b. 1965 Bristol, UK
1989 BFA Goldsmiths College, London
Lives and works in Devon
Damien Hirst gained instant media recognition when he presented Physical Impossibility of Death in the Mind of Someone Living, 1991, a tiger shark in a vitrine filled with formaldehyde at the 1992 Young British Artists exhibition at the Saatchi Gallery. For this work, then 27-year-old artist was shortlisted for the Turner Prize in 1992. Hirst won the 1995 Turner Prize for Some Went Mad, Some Ran Away, an exhibition that he had curated at Serpentine Gallery, London in 1994, where the artist displayed dissected animals in formaldehyde.
From gigantic bronze sculptures revealing the internal organs of the human body to the ‘spot’ painting series depicting uniform dots, named after narcotics and stimulants, Hirst’s art has always been concerned with the human condition and its fragile nature.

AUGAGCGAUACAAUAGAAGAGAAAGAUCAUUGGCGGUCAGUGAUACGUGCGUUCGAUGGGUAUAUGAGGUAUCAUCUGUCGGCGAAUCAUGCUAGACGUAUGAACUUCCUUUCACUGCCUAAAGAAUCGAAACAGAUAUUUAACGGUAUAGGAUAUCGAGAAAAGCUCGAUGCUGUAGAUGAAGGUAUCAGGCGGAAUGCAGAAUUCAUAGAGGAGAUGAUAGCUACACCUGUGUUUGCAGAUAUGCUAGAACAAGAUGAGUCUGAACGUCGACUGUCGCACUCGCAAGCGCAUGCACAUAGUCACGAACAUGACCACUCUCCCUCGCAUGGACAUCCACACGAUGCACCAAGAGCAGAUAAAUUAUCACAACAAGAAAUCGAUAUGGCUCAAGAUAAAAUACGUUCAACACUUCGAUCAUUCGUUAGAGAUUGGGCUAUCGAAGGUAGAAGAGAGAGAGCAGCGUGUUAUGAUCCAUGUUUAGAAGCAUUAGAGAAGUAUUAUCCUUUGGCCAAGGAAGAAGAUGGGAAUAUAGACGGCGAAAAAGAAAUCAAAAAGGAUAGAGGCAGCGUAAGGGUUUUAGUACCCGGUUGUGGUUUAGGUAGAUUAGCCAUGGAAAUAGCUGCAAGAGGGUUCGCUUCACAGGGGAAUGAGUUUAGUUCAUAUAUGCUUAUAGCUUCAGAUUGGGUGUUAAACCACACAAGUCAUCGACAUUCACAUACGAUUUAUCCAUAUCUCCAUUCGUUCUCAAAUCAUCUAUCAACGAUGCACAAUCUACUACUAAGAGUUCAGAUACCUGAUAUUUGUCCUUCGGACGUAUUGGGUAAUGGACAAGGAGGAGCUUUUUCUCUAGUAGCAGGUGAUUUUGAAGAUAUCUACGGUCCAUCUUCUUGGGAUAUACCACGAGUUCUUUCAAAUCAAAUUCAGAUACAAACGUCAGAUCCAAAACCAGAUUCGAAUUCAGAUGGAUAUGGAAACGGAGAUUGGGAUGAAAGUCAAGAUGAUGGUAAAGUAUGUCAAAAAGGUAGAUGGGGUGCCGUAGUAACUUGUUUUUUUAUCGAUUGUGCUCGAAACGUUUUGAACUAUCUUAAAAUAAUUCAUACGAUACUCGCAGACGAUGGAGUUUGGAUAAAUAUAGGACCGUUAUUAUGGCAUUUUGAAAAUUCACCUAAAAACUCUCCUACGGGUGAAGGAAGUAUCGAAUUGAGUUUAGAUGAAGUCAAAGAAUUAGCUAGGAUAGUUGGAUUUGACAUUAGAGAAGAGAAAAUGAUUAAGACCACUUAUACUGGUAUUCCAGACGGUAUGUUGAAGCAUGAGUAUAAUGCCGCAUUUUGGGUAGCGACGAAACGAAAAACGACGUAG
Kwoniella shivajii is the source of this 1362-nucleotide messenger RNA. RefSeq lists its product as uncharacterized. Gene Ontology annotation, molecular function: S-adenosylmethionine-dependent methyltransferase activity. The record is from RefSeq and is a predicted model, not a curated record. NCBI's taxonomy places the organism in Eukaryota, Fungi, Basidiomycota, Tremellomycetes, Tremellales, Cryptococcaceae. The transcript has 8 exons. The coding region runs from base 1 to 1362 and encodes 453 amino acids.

Hirst has exhibited worldwidely including solo exhibitions at Archaeological Museum, Naples in 2004, Museum of Fine Arts, Boston, Astrup Fearnley Museet fur Moderne Kunst, Oslo in 2005 and Essl Museum of Contemporary Art, Vienna in 2007. Recently, his For the Love of God, 2007, a platinum cast of a human skull encrusted with 8,601 diamonds sold for $100 million, setting the record of the highest price for a work by a living artist.